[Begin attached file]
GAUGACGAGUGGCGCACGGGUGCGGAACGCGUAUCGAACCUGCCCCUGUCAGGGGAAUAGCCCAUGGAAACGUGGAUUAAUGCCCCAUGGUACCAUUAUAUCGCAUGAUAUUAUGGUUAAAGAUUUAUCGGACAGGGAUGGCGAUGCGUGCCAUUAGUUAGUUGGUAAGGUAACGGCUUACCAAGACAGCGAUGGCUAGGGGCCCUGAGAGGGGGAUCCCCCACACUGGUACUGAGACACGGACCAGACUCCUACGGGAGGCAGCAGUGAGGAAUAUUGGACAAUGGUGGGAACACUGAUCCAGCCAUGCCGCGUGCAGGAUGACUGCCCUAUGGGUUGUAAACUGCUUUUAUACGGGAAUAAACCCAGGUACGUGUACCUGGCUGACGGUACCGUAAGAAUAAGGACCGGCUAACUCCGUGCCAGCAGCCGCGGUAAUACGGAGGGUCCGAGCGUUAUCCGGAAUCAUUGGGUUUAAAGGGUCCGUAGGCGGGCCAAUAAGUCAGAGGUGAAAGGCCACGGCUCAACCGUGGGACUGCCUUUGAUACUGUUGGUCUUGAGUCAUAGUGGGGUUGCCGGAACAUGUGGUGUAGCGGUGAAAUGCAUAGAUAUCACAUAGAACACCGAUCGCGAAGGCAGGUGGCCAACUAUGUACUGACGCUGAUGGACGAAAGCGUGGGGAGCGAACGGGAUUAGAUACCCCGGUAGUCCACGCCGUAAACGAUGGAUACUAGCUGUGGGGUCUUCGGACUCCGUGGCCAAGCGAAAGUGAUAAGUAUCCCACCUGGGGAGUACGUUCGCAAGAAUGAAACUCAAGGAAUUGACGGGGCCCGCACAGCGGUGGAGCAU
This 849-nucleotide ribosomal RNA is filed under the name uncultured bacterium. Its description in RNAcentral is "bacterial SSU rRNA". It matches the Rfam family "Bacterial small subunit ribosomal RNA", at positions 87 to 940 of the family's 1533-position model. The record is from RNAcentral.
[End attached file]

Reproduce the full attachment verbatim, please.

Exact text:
GAUGACGAGUGGCGCACGGGUGCGGAACGCGUAUCGAACCUGCCCCUGUCAGGGGAAUAGCCCAUGGAAACGUGGAUUAAUGCCCCAUGGUACCAUUAUAUCGCAUGAUAUUAUGGUUAAAGAUUUAUCGGACAGGGAUGGCGAUGCGUGCCAUUAGUUAGUUGGUAAGGUAACGGCUUACCAAGACAGCGAUGGCUAGGGGCCCUGAGAGGGGGAUCCCCCACACUGGUACUGAGACACGGACCAGACUCCUACGGGAGGCAGCAGUGAGGAAUAUUGGACAAUGGUGGGAACACUGAUCCAGCCAUGCCGCGUGCAGGAUGACUGCCCUAUGGGUUGUAAACUGCUUUUAUACGGGAAUAAACCCAGGUACGUGUACCUGGCUGACGGUACCGUAAGAAUAAGGACCGGCUAACUCCGUGCCAGCAGCCGCGGUAAUACGGAGGGUCCGAGCGUUAUCCGGAAUCAUUGGGUUUAAAGGGUCCGUAGGCGGGCCAAUAAGUCAGAGGUGAAAGGCCACGGCUCAACCGUGGGACUGCCUUUGAUACUGUUGGUCUUGAGUCAUAGUGGGGUUGCCGGAACAUGUGGUGUAGCGGUGAAAUGCAUAGAUAUCACAUAGAACACCGAUCGCGAAGGCAGGUGGCCAACUAUGUACUGACGCUGAUGGACGAAAGCGUGGGGAGCGAACGGGAUUAGAUACCCCGGUAGUCCACGCCGUAAACGAUGGAUACUAGCUGUGGGGUCUUCGGACUCCGUGGCCAAGCGAAAGUGAUAAGUAUCCCACCUGGGGAGUACGUUCGCAAGAAUGAAACUCAAGGAAUUGACGGGGCCCGCACAGCGGUGGAGCAU
This 849-nucleotide ribosomal RNA is filed under the name uncultured bacterium. Its description in RNAcentral is "bacterial SSU rRNA". It matches the Rfam family "Bacterial small subunit ribosomal RNA", at positions 87 to 940 of the family's 1533-position model. The record is from RNAcentral.